That depends on who pays for the trip. Most likely it will be a science mission, and so would include field geologists and biologists. But anything is possible, so there might be a reporter, a poet, a movie director, a teacher--who knows?

[ Mark/JPL - 43 - 10:53:43 ]
RE: [Susi-Susi/ChildrensBookAuthor] What could have caused the massive floods at the Ares Valles landing site? Polar cap melt? Earthquake?
We think it is caused by massive upwellings from subsurface reservoirs of water under high pressure released perhaps by meteor impacts or volcanic activity.

[ Mark/JPL - 45 - 10:55:00 ]
RE: [Theresa-students/MontgomeryHigh] What is the most exciting thing about the possibility of going to Mars for you personally?
The possibility of finding evidence and information about ancient life on Mars and gaining therefore a better understanding of the origin of life on Earth and our place in the universe.

[ Mark/JPL - 47 - 10:56:04 ]
RE: [Susi-Susi/ChildrensBookAuthor] What was the total end cost of the Mars Pathfinder mission?
About $260 million.

[ Mark/JPL - 48 - 10:57:02 ]
RE: [Fay/TaylorElementary-Fay/TaylorElementary] Why is the Martian soil so red? Also, why is the sky pink?
The soil is reddish because of essentially rust (iron oxides), and the sky is pink because of suspended red dust.

[ Mark/JPL - 49 - 10:58:10 ]
RE: [Angela-Angela/RosehillCollege] On a documentary I watched it said just to get to mars you would need a huge amount of fuel and with a manned mission I presume you would need more for the life support system. How big would the spaceship have to be to accommodate the fuel needed and the people on their way to mars?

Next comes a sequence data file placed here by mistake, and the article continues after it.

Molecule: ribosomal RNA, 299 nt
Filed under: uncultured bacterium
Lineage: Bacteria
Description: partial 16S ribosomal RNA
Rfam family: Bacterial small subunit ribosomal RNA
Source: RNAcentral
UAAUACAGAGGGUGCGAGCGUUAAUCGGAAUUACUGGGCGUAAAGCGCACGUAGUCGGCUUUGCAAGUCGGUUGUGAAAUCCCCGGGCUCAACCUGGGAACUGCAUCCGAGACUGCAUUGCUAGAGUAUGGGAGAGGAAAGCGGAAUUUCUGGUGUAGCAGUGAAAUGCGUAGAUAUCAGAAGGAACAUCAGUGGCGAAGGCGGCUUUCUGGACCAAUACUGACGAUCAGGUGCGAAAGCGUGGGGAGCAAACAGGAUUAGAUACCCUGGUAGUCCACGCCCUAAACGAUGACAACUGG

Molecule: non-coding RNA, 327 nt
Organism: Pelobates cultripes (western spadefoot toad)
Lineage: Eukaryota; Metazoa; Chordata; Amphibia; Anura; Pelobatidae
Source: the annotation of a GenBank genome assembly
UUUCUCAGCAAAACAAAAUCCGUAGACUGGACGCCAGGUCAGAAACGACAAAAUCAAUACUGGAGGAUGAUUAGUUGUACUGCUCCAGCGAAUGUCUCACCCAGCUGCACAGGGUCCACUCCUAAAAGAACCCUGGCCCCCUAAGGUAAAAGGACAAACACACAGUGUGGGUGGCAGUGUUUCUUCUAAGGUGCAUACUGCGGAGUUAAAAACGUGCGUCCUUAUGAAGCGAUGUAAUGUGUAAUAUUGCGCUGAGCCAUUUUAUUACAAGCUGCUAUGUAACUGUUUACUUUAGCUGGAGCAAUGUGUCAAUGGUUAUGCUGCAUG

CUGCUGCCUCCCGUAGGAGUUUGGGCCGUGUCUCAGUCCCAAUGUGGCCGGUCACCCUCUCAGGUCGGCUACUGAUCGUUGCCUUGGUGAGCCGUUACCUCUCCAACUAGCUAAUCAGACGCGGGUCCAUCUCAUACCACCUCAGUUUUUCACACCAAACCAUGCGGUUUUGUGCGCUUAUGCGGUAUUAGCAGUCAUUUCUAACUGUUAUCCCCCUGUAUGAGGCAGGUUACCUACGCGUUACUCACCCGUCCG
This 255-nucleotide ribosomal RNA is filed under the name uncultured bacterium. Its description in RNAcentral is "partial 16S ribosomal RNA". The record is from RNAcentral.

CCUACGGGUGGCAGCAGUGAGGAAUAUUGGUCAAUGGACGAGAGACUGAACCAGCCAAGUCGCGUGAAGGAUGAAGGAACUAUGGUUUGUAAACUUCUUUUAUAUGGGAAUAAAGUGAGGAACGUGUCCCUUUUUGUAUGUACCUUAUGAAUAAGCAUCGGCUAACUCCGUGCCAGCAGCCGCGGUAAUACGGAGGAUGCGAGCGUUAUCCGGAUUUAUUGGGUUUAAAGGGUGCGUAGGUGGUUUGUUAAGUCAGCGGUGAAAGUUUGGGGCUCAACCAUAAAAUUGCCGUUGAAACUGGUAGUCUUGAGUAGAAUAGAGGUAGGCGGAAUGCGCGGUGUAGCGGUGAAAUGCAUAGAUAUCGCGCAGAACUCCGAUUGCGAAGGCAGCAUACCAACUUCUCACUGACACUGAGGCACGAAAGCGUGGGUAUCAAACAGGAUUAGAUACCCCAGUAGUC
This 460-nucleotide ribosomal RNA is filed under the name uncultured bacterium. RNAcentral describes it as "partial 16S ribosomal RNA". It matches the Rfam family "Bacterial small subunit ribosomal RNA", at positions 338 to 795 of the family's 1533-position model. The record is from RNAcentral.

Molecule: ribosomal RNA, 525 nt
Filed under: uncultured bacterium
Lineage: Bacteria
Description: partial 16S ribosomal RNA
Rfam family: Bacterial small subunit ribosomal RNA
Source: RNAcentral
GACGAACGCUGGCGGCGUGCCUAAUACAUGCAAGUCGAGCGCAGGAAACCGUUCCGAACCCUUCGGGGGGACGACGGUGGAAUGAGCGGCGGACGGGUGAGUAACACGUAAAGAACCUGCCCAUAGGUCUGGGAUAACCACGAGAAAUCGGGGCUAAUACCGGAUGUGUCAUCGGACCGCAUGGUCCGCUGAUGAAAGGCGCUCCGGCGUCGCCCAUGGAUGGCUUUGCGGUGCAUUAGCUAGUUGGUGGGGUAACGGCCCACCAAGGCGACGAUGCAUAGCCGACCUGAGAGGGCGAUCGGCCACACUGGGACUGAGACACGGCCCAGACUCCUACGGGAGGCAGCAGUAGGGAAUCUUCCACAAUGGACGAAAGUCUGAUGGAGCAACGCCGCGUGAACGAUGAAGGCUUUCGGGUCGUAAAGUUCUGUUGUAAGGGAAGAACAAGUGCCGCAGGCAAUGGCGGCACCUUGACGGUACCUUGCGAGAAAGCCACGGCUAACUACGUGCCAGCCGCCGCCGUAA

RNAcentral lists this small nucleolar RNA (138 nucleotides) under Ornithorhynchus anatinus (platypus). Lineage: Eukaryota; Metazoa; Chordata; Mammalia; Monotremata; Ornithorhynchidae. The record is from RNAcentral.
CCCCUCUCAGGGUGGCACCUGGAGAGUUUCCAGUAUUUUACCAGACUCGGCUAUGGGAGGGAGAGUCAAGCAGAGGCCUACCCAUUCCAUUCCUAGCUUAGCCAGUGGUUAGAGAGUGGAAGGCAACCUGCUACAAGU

A lot. About 160 tons of stuff would have to be put into low Earth orbit for a complete mission, including the return.

[ Mark/JPL - 55 - 11:02:45 ]
RE: [Susi-Susi/ChildrensBookAuthor] In what form will the 2001 rover leave rock samples on Mars for later pickup. Core samples in a container? How will the return mission work?
The rover will take cores of rocks less than an inch long and about a third of an inch in diameter. It will take up to 91 such cores, as well as up to 13 cups of dirts about half that size. They will be kept in an array of holes in a box. The return mission will land very nearby and send out its own rover to get the box, put it on the return rocket which sends the sample on its way back to Earth.

[ Mark/JPL - 56 - 11:04:25 ]
RE: [Theresa-students/MontgomeryHigh] Do we now have the ability to put 160 tons of stuff into low earth orbit?
Not all at once and not economically enough. We would develop a new Saturn V-like launch vehicle that could put up 80 tons at a time in orbit, and we would use three of those for the mission. I just realize I got the 160 tons wrongs--it's actually 240 in recent estimates. But we are trying to get that mass down to make it more affordable.

[ Mark/JPL - 57 - 11:05:12 ]
RE: [Fay/TaylorElementary-Fay/TaylorElementary] We have heard about the possibility of microscopic life in the soil or the permafrost. Did Sojourner give us any proof of this?
No. What Sojourner and Pathfinder did do however was give us very good evidence of liquid water in Mars' past. And water is a crucial ingredient for life.

[ Mark/JPL - 61 - 11:07:06 ]
RE: [Angela-Angela/RosehillCollege] I'm looking way into the future here but when a colony does become a reality on the mars surface, is the soil able to harbor life ie vegetables or will the have to bring earth dirt :o)
Hard to say. We may have to bring some minerals hard to find in the Martian dirt, or we may have to genetically engineer plants that can use the dirt as is. Of course, the most important thing currently lacking over most of the planet is water, which must be supplied somehow.